He laments the fact that just a few days before he left, another pastoral empire in America had imploded. He said he knew all of us are human, but wondered if we were creating conditions for our pastors to fail. In contrast to that, the pastor said, the Athonites take a rather different approach. Humility is considered essential for growth in Christlikeness, and the monks live remarkably quiet lives. By custom you couldn’t even write about a saintly monk until after he was dead, because the praise was seen as so dangerous to a monk’s humility. (From the Philokalia, the de facto handbook of Athos: “To speak humbly is one thing, to act humbly is another, and to be inwardly humble is something else again.”) In essence, if you were prominent in Protestant circles, you probably had a big church and followers on social media. Whereas if you were well known in Orthodox circles, there’s a fair chance you were dead, after spending your life in a cave.

The pastor didn’t think we needed to become monks, and he wasn’t planning to convert—“the reverence for Mary is a problem for me”—yet there was something interesting about the contrast. “We could stand to be a bit more courageous about humility,” he said. I couldn’t help but agree with him. “True humility creates an opening in the heart for God,” one monk told me. “And this is why we need to follow Christ in his humility. Nothing nourishes humility like the perception of God, yet humility itself provides a deeper form of sight. Humility is both the foundation and the result of a closer sense of God.”

And at the end of his stay, this reflection on a conversation with Father Grigor, a monk:

The two of us agree on almost nothing: ecclesiology, baptism, the meaning of repentance. And yet it’s clear there’s something shared between us. Separated by differences in dogma and practice, we admire the luminous Christ.

Again, you can’t read the whole thing, but you can read some of it. 

I admire Josh Jeter for making this pilgrimage, which was, by his account, physically and spiritually arduous — and, at times, marked by monastic criticism of Protestantism. I confess that I am a bit afraid to go to Athos — afraid of the spiritual intensity. Afraid of discovering, among their rigorous asceticism, how truly slothful and worldly that I am.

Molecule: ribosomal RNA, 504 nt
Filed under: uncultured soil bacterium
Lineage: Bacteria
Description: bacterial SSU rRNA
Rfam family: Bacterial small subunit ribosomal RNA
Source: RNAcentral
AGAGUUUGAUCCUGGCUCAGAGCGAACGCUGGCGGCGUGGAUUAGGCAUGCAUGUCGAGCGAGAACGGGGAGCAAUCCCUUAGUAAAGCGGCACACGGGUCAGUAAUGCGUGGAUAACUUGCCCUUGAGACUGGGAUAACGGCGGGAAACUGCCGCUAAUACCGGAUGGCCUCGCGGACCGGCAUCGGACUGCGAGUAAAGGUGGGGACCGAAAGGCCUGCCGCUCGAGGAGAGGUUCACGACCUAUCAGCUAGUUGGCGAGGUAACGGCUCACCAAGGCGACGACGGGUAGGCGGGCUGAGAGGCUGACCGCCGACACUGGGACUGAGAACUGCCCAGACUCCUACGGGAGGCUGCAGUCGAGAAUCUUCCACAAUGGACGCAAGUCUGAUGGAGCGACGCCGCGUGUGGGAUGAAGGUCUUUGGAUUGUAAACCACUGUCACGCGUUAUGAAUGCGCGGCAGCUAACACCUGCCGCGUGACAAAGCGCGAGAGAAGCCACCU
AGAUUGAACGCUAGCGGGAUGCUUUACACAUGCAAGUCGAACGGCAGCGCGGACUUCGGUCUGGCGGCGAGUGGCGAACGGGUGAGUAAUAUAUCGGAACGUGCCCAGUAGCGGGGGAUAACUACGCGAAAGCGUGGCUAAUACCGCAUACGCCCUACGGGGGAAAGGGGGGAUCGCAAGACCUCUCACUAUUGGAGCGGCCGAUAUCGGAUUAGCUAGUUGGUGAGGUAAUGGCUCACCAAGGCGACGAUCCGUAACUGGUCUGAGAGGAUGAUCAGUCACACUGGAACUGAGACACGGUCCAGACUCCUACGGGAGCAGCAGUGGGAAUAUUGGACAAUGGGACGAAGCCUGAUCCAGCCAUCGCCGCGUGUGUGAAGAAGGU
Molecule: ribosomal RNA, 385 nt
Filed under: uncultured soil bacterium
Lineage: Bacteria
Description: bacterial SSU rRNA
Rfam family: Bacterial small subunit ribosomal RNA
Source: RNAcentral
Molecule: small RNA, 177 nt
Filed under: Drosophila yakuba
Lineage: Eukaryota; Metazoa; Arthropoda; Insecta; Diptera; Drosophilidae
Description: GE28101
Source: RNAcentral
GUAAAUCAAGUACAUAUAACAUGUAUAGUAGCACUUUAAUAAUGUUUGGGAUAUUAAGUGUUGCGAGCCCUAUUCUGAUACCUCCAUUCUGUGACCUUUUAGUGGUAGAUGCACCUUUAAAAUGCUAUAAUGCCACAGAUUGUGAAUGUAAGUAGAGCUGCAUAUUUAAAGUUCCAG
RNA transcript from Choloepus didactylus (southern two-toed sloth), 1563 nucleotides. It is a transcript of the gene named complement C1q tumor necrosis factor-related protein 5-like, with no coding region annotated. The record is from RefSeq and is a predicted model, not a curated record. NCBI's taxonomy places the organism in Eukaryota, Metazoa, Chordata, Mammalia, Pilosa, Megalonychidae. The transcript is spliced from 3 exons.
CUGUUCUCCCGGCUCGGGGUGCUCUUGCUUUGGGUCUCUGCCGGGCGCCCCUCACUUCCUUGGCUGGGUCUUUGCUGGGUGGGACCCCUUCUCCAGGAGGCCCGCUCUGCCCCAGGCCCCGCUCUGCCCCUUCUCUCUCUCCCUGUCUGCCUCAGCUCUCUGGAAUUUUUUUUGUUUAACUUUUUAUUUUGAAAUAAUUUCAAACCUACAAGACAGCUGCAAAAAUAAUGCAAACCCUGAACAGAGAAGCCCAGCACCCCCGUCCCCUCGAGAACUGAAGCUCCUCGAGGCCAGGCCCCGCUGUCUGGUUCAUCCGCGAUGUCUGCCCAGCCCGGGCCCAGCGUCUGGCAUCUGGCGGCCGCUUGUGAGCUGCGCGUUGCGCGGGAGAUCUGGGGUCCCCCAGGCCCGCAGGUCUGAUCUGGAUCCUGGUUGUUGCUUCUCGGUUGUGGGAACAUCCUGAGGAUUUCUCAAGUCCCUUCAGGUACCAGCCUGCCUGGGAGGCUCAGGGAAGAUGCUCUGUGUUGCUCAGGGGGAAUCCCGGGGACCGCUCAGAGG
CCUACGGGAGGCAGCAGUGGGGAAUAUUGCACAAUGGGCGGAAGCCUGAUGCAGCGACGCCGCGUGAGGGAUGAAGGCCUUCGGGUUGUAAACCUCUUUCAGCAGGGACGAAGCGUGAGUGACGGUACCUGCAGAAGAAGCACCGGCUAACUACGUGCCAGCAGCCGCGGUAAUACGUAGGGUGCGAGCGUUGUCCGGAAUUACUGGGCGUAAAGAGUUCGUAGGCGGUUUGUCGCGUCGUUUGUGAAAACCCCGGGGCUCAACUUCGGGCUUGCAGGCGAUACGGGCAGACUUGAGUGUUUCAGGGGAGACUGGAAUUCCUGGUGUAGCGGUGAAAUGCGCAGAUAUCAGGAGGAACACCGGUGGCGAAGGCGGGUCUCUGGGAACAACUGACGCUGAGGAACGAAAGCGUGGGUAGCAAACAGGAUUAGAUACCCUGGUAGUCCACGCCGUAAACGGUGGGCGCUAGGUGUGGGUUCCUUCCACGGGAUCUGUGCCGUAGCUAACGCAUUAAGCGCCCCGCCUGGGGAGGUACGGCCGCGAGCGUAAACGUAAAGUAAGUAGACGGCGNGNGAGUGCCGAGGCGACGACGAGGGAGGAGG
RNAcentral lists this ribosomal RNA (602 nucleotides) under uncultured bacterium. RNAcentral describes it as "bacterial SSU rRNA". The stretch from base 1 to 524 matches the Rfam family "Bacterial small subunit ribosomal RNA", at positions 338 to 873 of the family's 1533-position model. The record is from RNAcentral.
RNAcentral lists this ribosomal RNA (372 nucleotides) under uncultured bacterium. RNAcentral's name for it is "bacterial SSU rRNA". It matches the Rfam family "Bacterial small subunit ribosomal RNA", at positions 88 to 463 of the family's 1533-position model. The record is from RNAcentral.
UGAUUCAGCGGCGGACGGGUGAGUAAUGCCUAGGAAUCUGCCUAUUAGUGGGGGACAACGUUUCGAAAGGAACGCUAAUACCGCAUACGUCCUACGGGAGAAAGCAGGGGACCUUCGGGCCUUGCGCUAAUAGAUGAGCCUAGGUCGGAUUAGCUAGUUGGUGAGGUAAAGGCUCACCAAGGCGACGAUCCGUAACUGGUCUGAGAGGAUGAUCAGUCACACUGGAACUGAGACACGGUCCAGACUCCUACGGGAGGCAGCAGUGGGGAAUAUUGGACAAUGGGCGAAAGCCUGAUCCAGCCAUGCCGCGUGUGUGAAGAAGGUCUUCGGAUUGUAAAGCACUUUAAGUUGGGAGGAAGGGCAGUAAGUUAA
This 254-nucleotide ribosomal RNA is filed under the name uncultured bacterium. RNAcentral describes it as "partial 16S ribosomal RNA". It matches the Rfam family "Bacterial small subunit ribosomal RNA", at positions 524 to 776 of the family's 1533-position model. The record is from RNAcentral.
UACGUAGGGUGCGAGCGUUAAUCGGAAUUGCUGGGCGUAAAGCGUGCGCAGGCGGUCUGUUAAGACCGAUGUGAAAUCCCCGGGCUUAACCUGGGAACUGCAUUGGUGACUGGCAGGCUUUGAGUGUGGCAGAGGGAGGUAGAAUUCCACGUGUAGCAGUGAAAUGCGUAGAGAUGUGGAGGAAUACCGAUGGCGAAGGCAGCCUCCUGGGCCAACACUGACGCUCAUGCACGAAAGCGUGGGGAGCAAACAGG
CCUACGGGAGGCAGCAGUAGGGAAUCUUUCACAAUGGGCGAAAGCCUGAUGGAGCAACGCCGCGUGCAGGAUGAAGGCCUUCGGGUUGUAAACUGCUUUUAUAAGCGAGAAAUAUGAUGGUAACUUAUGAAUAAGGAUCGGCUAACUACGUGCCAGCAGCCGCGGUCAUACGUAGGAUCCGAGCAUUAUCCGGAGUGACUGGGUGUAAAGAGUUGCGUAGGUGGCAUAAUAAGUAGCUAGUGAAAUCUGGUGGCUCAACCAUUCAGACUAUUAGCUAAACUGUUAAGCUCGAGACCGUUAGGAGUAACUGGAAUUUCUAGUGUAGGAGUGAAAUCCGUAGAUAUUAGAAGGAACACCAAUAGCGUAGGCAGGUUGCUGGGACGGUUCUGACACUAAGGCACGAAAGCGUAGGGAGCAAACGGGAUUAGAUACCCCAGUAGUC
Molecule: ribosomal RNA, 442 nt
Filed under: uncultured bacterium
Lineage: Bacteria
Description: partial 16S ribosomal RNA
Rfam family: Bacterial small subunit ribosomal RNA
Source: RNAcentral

I do believe, though, that all of us American Christians would do well to reacquaint ourselves with the ancient, and once-universal, Christian discipline of fasting. On my Facebook feed today, someone shared a October 2014 piece by the Catholic writer Elizabeth Scalia, who, noting a trend of Hispanic Catholic women converting to Islam or Mormonism, says that  these religions offers in part a sense of ascetic rigor that contemporary Catholicism has abandoned. Excerpt:

The “relaxations” of the [Second Vatican Council, which relaxed rules on fasting and other practicies], poorly implemented and largely untaught, replaced all of that with a nebulous sort of “do your own thing, make it meaningful for you, and we’ll see you on Sunday, then,” and that came up empty. Rather than making things “personally meaningful” for people, the church strangely gutted itself. Having lost a very stable structure, people were left feeling unsure of boundaries, bereft of their place. Untethered in the large universe of infinite spiritual sensibilities and choices, they either either chose poorly or passed out.

Parents know that children need and want boundaries; they need and want disciplines that make life sensible and orderly and safe. More and more I’m convinced that ending meatless Fridays took away something sensible and orderly — and culturally and communally unifying, which brings its own safety — and replaced it, essentially, with nothing, because when you leave people to find something “personally meaningful” to do, they often settle for what is new or capricious or vapid, or all three. Or they do the easiest thing of all, which is nothing.

Perhaps that has a great deal to do with why the strictures and obligations of Islam are Mormonism are now attractive to some who have been raised Catholic, but catechized poorly and left unsure as to what any of it means, from the kneeling, to the Crucifix, to the Trinity, and the Communion of Saints.

Prior to the Second Vatican Council, the worry was that Catholics were rote-bound, existing within the church but only shallowly nourished within the inauthentic constraints of duty and obligation. In light of these conversions, perhaps those lines were absolutely necessary, in order to help focus us and free us.

We are more inclined to cast ourselves out into the deep, after all, when we know our we are well-tethered to the barque.

We Americans don’t know how to deny ourselves anything.

UPDATE: A reader points out this Vanity Fair article from a few years ago exploring financial corruption and the Vatopaidi monastery. I had forgotten about it, but boy, is it tough.